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How accurate are field sobriety tests?

On Behalf of | Apr 23, 2019 | Drunk Driving |

On your way home from an evening out with friends, you suddenly see flashing red and blue lights behind you. Nervous, you pull over as the police officer approaches your vehicle. You are asked to step out of your vehicle and perform several roadside tests. You wonder whether you have a choice and how accurate these tests will be.

Field sobriety tests have long been disputed for how accurately they can determine a driver’s level of intoxication. As part of the traffic stop for suspected drunk drivers, Georgia drivers may find themselves debating whether to comply with the requests of the officer to participate in roadside tests.

The standardized field sobriety tests

Dating back to the 1970s, the National Highway Traffic Safety Administration (NHTSA) asked the Southern California Research Institute (SCRI) to evaluate dozens of field sobriety tests. The SCRI reported that the following standardized tests are most accurate in determining blood alcohol content (BAC) levels:

  • The horizontal gaze nystagmus test. Officers watch for the jerking of eyes when asking you to watch a small moving object without moving your head.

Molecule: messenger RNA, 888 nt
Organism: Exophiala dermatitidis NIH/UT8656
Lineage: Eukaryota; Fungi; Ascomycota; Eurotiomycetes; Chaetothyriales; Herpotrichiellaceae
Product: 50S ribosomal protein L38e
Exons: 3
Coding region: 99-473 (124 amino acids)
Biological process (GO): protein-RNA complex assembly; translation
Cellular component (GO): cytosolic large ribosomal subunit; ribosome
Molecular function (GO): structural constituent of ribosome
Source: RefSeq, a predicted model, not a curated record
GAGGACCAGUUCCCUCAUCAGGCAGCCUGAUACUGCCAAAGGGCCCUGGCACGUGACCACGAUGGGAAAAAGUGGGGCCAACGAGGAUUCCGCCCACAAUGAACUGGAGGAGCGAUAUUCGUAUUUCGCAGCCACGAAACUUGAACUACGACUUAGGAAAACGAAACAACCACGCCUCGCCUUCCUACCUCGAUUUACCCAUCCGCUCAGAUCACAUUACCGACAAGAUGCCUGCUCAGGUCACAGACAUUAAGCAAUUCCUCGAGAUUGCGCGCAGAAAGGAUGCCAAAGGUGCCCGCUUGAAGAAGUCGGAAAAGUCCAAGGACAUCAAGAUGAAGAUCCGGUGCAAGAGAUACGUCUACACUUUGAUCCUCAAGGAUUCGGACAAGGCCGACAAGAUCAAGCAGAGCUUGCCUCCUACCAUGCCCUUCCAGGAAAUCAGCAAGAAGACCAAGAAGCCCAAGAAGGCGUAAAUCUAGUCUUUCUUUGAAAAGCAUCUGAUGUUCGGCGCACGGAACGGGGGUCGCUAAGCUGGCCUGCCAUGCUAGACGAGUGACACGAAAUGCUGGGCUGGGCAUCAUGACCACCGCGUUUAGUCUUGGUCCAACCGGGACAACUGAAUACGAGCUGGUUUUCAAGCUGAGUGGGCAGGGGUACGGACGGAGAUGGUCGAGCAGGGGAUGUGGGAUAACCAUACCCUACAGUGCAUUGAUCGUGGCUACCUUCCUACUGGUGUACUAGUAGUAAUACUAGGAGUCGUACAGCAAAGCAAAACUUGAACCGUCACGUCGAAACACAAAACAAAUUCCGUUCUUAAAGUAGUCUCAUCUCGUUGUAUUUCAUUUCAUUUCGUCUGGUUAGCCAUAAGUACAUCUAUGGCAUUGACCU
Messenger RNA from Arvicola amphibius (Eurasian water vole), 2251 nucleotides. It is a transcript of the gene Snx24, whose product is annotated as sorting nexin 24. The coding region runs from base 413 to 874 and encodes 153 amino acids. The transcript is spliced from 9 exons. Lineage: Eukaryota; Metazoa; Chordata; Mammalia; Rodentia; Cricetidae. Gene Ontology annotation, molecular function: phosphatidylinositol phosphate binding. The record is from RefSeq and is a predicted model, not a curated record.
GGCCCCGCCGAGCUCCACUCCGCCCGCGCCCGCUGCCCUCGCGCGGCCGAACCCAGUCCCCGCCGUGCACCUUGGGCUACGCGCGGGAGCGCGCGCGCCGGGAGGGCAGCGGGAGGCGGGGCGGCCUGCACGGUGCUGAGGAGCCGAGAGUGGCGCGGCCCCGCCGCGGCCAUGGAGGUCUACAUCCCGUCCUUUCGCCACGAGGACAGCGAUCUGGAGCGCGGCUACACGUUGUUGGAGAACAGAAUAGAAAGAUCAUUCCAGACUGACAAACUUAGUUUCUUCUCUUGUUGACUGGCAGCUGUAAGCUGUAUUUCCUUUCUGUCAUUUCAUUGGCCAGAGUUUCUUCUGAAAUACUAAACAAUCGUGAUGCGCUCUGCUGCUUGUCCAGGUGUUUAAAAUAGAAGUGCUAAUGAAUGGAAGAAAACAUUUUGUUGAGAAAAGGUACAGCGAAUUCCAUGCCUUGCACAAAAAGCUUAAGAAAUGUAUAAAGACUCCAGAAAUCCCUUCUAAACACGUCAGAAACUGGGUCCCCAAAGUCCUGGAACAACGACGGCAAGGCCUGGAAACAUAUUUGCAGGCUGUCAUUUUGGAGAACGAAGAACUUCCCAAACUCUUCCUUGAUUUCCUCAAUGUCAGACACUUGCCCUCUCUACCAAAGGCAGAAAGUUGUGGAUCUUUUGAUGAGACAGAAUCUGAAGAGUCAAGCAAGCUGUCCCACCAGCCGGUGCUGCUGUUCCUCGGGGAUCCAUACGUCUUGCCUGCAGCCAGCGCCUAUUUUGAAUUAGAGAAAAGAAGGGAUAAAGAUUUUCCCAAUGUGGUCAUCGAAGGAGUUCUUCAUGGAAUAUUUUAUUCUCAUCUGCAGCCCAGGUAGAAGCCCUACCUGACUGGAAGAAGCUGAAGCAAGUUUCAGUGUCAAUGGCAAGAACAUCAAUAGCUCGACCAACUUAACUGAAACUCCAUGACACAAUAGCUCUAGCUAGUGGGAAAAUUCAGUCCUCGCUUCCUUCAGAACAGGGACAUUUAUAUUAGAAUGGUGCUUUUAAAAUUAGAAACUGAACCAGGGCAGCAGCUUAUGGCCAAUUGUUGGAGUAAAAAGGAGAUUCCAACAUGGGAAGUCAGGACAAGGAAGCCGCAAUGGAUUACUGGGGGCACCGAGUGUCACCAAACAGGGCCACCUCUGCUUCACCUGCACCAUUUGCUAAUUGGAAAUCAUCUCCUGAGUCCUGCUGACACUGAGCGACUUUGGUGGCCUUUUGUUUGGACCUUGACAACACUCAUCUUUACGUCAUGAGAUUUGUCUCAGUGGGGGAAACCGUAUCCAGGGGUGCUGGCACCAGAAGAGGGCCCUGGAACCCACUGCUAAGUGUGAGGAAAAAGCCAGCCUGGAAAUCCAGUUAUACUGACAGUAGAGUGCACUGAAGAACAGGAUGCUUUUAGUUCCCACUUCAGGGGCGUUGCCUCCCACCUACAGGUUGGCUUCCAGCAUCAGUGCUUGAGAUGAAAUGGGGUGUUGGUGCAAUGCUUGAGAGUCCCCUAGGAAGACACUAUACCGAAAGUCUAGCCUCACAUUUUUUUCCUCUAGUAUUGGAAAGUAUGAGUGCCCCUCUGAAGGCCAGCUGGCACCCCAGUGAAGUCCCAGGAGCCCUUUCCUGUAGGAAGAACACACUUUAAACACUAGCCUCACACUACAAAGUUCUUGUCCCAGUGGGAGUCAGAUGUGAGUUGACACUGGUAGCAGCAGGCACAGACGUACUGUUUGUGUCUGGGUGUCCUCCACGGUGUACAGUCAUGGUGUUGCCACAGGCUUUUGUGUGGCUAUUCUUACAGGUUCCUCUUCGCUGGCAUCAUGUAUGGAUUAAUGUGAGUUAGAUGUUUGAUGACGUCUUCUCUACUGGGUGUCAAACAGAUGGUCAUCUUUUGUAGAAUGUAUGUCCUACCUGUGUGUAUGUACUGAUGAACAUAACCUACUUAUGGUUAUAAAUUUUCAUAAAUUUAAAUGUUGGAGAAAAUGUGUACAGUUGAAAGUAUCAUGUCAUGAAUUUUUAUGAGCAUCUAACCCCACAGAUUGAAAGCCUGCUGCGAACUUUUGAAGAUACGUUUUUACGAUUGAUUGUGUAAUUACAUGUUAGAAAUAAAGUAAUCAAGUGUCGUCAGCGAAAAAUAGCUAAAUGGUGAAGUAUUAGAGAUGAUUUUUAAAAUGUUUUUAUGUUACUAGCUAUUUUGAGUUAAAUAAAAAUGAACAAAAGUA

• The walk and turn test. Officers test for both balance issues and problems following directions when asking you to walk heel-to-toe before pivoting.
  • The one-leg test. Officers watch for balance issues in this test, which requires you to lift one foot six inches off the ground with your hands to the side.

However, these tests do not produce consistently accurate results. According to, the accuracy rates of the horizontal gaze nystagmus test, the walk and turn test and the one-leg test are 77%, 68% and 65%, respectively. When used together, the tests produce correct results 82% of the time.

Complications of field sobriety test results

While a perfectly healthy and sober person may fail these tests, other complications can lead to misleading results. For the walk and turn test and one-leg test, age, weight, shoes or even back problems can cause you to fail the test. For the horizontal gaze nystagmus test, various medical and eye issues can lead to the failure of the test.

While refusing field sobriety tests is both within your rights and could lead to less evidence of intoxication, this could also be used against you when facing criminal charges. With the disputed accuracy of tests and various complications, drivers should seriously weigh the benefits of taking the tests.